When it comes down to it most Christians know the right things to say about the Bible.  They will tell you that it is the word of God and that people need to read it for revelation and spiritual transformation.

Of course when Christians are told they need their Bible a measure of guilt sets in and from that follows legalism.  We are then prone to set up a reading plan or 10 mins in which we can blow through a few passages and then move on to doing more fun things like Facebooking or watching re-runs of Scrubs (I am guilty of the second).

Yet by having such a poorly functioning relationship with the Bible we are all being cheated of Spirit-filled transformation that God would have for us.

Bonhoeffer says it well:

We must learn to know the Scriptures again, as the Reformers and our fathers knew them.  We must know the Scriptures first and foremost for the sake of our salvation.  But besides this, there are ample reasons that make this requirement exceedingly urgent.  How, for example, shall we ever attain certainty and confidence in our personal and church activity if we do not stand on solid biblical ground?  It is not our heart that determines our course, but God’s word.

Did you get that?  All the decisions, dreams, ambitions, and values you have will not determine your ultimate destiny more than what you glean from God’s word.  Scripture shapes us, it fuels us, and determines your direction.

Your relationship with your Bible is of the utmost importance and one you cannot afford to neglect.


Summer Reading List

My brother in-law and I recently had an email exchange in which I listed out some books I would recommend for summer reading.  Thought I would post my recommendations here for others in case your looking for some good books to read this summer.

1.  Displines of Grace by Jerry Bridges.  This is the best book I have read this year.  In fact it is so good that I never had to mark my page because I just had to find the last page that was highlighted.  I am planning to start reading again in the next month.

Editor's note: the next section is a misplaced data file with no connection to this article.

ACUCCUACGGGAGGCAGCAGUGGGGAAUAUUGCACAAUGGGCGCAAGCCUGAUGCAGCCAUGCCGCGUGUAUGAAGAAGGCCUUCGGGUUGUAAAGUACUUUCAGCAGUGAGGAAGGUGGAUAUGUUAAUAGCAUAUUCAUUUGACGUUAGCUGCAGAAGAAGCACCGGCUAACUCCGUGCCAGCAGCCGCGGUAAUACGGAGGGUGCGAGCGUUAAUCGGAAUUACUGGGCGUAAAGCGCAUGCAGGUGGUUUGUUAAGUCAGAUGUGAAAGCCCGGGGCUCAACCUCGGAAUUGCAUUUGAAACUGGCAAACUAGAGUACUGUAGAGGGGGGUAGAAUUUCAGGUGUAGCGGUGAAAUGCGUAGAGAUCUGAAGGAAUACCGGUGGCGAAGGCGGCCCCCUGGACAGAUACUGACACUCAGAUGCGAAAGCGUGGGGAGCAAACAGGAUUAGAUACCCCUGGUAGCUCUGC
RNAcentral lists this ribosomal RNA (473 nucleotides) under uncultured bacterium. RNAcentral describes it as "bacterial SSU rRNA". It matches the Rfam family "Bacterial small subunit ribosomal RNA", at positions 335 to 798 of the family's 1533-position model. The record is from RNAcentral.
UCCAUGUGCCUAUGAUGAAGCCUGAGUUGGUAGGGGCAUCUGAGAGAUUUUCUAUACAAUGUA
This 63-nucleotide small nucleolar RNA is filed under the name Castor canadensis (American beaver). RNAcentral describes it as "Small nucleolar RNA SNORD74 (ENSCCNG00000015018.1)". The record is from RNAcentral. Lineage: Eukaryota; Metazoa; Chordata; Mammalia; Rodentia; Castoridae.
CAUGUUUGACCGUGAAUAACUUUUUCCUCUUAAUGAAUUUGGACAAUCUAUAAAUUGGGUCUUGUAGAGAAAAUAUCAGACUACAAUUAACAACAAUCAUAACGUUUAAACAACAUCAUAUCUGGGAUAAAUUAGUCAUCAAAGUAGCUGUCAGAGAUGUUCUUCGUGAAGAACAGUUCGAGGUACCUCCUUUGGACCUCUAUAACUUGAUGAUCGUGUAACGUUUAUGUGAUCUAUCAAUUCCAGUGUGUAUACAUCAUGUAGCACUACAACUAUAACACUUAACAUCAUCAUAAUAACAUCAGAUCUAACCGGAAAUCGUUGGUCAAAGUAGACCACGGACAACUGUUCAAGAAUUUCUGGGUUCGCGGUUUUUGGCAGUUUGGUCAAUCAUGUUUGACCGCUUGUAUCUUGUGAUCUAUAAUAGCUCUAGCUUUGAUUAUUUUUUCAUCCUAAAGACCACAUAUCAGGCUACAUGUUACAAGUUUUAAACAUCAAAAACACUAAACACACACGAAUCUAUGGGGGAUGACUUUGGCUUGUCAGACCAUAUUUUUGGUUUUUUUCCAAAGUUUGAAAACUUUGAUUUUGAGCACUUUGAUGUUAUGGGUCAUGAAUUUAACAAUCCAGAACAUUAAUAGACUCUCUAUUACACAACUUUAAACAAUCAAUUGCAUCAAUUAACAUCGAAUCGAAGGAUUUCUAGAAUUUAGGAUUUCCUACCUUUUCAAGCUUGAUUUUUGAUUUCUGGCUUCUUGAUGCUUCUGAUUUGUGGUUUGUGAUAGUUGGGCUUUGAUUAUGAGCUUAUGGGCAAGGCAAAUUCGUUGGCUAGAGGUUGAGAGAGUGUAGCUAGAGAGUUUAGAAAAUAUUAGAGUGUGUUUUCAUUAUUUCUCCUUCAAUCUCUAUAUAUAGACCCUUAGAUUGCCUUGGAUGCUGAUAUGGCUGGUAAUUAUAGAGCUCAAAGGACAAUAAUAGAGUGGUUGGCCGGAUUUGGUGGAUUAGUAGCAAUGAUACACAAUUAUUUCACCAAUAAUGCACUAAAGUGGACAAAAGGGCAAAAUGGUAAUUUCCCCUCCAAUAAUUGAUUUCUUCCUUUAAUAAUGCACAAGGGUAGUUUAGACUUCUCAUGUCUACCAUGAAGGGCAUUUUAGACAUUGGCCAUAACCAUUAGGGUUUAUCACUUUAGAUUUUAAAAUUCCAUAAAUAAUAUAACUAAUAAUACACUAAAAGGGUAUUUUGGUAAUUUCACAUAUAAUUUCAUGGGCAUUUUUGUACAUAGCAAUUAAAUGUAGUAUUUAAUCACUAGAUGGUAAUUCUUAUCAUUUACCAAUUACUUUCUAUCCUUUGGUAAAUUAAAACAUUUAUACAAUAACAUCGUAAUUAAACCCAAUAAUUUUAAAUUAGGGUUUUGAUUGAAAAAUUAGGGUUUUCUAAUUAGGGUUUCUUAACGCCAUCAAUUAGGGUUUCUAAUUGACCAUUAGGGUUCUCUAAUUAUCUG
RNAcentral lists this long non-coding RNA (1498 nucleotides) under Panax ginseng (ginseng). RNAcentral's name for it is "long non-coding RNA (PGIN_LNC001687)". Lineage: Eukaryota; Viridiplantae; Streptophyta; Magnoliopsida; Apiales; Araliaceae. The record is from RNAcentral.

2. Prodigal God by Keller.  Not sure if you have read this but it has made the second read list for me.  It might be very helpful given your traditional culture you find yourself in as it has great insight into how to love the “older brother.”

3. Kingdom Triangle by JP Moreland.  Another great book about the culture we live in and the spirit-filled life God is calling us to.

4.  Finally Alive by John Piper.  This is the second best book I have read this year as it takes on the doctrine of Regeneration at a practical and biblical level like I have never encountered.  Sadly, many of us Christians understand how we are saved (the doctrine of Justification) but not what we are saved into (A new creation in Christ).  Read this book slowly and follow along with all the biblical references to see how regeneration is all over the Bible.

The Institutes by John Calvin.  The edition I am reading can be found here. I was told by some profs at seminary that it is the best one. and I have been deeply edified by reading The Institutes as I am now at the half point of my year long read through of the Institutes.